Application to fire howitzer remains incomplete
By Gwendolyn Craig
The owner of a former Atlas F nuclear missile silo in Lewis is still hoping for Adirondack Park Agency approval to test-fire military artillery made at Benét Laboratories in Watervliet. After nearly two years since the first application submission, however, the agency said it remains incomplete.
Michael Hopmeier, president and principal investigator for Florida-based Unconventional Concepts Inc., has been testing the ballistics of smaller munitions indoors at the missile silo site in rural Essex County. Benét Laboratories is looking to test the internal ballistics of U.S. military cannons to make them lighter, more efficient, and less expensive. The Watervliet Arsenal in Albany County does not have the capacity to test such large-caliber guns, the Army told the Explorer last year.
Unconventional Concept’s latest application proposes testing the internal ballistics of howitzers, a weapon similar to a cannon, with long-range capabilities.
Hopmeier plans to conduct tests in the area of Hale Hill Lane, shooting into a pile of sand and using privately owned Big Church Mountain as a backstop. He plans a series of one to two shots per day for a maximum of three consecutive days, according to records. The tests would occur over five years.
The closest resident to the test site is James Pulsifer, who owns the land on Hale Hill Lane where Hopmeier plans the tests. Pulsifer has been supportive of the project and is leasing his land to Hopmeier.
However, five sets of neighbors expressed concern about the proposal last year, including the owners of Magic Pines Family Campground, whose business is about two miles from the test site.
The APA oversees public and private development in the 6-million-acre Adirondack Park, and issued a fourth notice of incomplete application to Unconventional Concepts on March 16. Hopmeier and his attorney Matthew Norfolk responded to some of the agency’s questions in a July 31 submission. The APA said it is waiting for additional information in response to staff’s questions before determining if the application is complete.
Most of the agency’s questions concerned noise the project would generate.
According to the Adirondack Park Agency Act, staff and the board must consider “development considerations” when approving a permit, which could have the “potential for adverse impact upon the park’s natural, scenic, aesthetic, ecological, wildlife, historic, recreational or open space resources.” Noise and noise levels are two considerations.
But Hopmeier does not believe the APA has any valid reasons to deny his application. When asked about his proposed timeline, Hopmeier expressed frustration at how long the application process was taking.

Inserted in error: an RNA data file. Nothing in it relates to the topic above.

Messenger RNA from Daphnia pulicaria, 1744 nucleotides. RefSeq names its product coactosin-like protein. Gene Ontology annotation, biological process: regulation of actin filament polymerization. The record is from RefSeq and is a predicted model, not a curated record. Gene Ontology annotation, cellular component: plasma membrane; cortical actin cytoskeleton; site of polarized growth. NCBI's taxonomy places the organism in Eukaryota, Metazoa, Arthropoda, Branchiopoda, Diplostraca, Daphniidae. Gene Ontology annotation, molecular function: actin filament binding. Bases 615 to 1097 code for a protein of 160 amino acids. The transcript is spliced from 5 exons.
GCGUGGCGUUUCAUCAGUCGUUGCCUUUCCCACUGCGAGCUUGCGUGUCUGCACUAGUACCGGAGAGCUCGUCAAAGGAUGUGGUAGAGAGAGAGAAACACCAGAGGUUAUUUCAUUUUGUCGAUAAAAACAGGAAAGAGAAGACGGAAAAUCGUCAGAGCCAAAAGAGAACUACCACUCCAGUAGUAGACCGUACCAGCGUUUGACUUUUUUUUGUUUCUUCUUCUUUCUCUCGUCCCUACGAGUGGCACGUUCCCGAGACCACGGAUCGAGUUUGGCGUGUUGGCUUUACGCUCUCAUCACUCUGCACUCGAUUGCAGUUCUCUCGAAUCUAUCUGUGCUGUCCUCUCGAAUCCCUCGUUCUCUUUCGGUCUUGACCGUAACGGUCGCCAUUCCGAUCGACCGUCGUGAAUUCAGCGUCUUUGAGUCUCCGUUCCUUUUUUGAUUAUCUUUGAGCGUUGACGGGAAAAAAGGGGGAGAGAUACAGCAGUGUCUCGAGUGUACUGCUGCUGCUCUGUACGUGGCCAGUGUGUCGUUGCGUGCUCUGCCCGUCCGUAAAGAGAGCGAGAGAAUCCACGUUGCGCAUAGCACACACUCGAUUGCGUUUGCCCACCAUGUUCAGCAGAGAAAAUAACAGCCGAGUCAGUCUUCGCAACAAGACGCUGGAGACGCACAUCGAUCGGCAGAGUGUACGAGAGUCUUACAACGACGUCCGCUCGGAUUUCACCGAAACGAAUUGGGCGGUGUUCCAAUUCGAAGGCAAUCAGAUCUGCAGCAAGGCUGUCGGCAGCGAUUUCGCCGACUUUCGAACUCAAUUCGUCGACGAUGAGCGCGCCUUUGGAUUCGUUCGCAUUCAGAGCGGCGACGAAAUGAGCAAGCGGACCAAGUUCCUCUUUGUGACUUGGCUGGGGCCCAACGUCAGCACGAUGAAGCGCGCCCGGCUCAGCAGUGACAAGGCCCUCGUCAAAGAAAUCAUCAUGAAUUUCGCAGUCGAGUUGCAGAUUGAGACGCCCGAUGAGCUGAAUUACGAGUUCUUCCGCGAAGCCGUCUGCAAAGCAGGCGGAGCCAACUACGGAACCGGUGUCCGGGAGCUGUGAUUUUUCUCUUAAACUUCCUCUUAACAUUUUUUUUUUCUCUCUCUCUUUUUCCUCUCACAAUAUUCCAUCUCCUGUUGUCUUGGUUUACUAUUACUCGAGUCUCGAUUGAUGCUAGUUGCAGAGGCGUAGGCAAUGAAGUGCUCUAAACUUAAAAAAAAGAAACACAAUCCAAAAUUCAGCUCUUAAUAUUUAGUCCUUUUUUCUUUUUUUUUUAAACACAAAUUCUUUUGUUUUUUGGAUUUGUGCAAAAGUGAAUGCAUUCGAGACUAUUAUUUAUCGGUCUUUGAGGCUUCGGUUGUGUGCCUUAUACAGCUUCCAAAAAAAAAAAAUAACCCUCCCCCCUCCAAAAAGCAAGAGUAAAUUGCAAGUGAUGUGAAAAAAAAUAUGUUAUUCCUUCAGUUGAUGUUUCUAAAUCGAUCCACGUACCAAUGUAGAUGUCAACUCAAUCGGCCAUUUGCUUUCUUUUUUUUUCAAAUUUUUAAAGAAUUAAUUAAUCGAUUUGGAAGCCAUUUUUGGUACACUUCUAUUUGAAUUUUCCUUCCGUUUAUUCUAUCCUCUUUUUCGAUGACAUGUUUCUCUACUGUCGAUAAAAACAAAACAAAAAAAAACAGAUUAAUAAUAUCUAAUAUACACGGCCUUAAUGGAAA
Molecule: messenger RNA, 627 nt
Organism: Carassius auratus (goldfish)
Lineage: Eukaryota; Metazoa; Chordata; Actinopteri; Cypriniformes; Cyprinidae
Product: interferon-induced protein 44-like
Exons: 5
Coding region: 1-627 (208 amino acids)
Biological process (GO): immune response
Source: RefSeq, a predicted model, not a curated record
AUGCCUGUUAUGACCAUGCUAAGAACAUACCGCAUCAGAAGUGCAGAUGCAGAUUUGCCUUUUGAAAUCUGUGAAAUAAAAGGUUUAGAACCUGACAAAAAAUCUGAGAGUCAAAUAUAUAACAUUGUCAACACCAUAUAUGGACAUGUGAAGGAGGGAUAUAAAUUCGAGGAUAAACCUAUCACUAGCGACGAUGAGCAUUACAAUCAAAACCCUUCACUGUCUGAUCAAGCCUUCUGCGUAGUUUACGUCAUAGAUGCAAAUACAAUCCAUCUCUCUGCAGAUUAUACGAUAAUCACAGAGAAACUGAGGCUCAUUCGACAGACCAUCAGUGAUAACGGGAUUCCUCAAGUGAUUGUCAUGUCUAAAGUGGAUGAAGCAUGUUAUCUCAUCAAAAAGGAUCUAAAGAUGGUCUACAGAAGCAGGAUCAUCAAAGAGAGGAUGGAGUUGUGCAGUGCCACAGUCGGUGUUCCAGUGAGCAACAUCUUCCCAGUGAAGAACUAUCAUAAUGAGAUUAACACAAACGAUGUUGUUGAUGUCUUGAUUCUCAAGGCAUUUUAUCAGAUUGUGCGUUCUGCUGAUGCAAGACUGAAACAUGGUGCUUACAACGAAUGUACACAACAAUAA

“We’re kind of at their mercy,” Hopmeier said.
The proposed test site is surrounded by parcels assigned a hodgepodge of different land uses. Within a few miles, Taylor Pond Wild Forest and Jay Mountain Wilderness are constitutionally protected forest preserve. Also within a few miles are the mining operations of NYCO Minerals, (which were purchased by Imerys), lands zoned specifically in the park for industrial use.
The howitzer’s sound levels when fired are expected to be above 160 dba, louder than a jet engine, according to the application. At one parcel of nearby wild forest, sound levels from howitzer firing are expected to be around 107 dba, about the equivalent of a chainsaw motor.
At four other nearby wild forest parcels, “no appreciable change to ambient sound levels” are expected. The sound study noted the nearby mining operation is permitted to blast at decibel levels higher than what Unconventional Concepts proposes.
Hopmeier said his testing site is further from sensitive state lands than the mining operation. He thinks the APA feels it is “OK to strip resources out of the park,” but does not want to approve something beneficial to national security.
Hopmeier’s business has submitted a second application to the agency, this one to erect several tents on the missile silo property. The tents will keep various equipment from the rain and hide anything from drones, according to the application records. The APA requires a permit because the tents are considered a “greater than 25% expansion of an existing commercial use.”
The APA has deemed the tent application complete and it is currently out for public comment. Comments are due by Sept. 7 to Fred Aldinger, P.O. Box 99, Ray Brook, NY 12977 or to RPcomments@apa.ny.gov referencing APA Project 2023-0111.
Adirondack policy, in plain speak.
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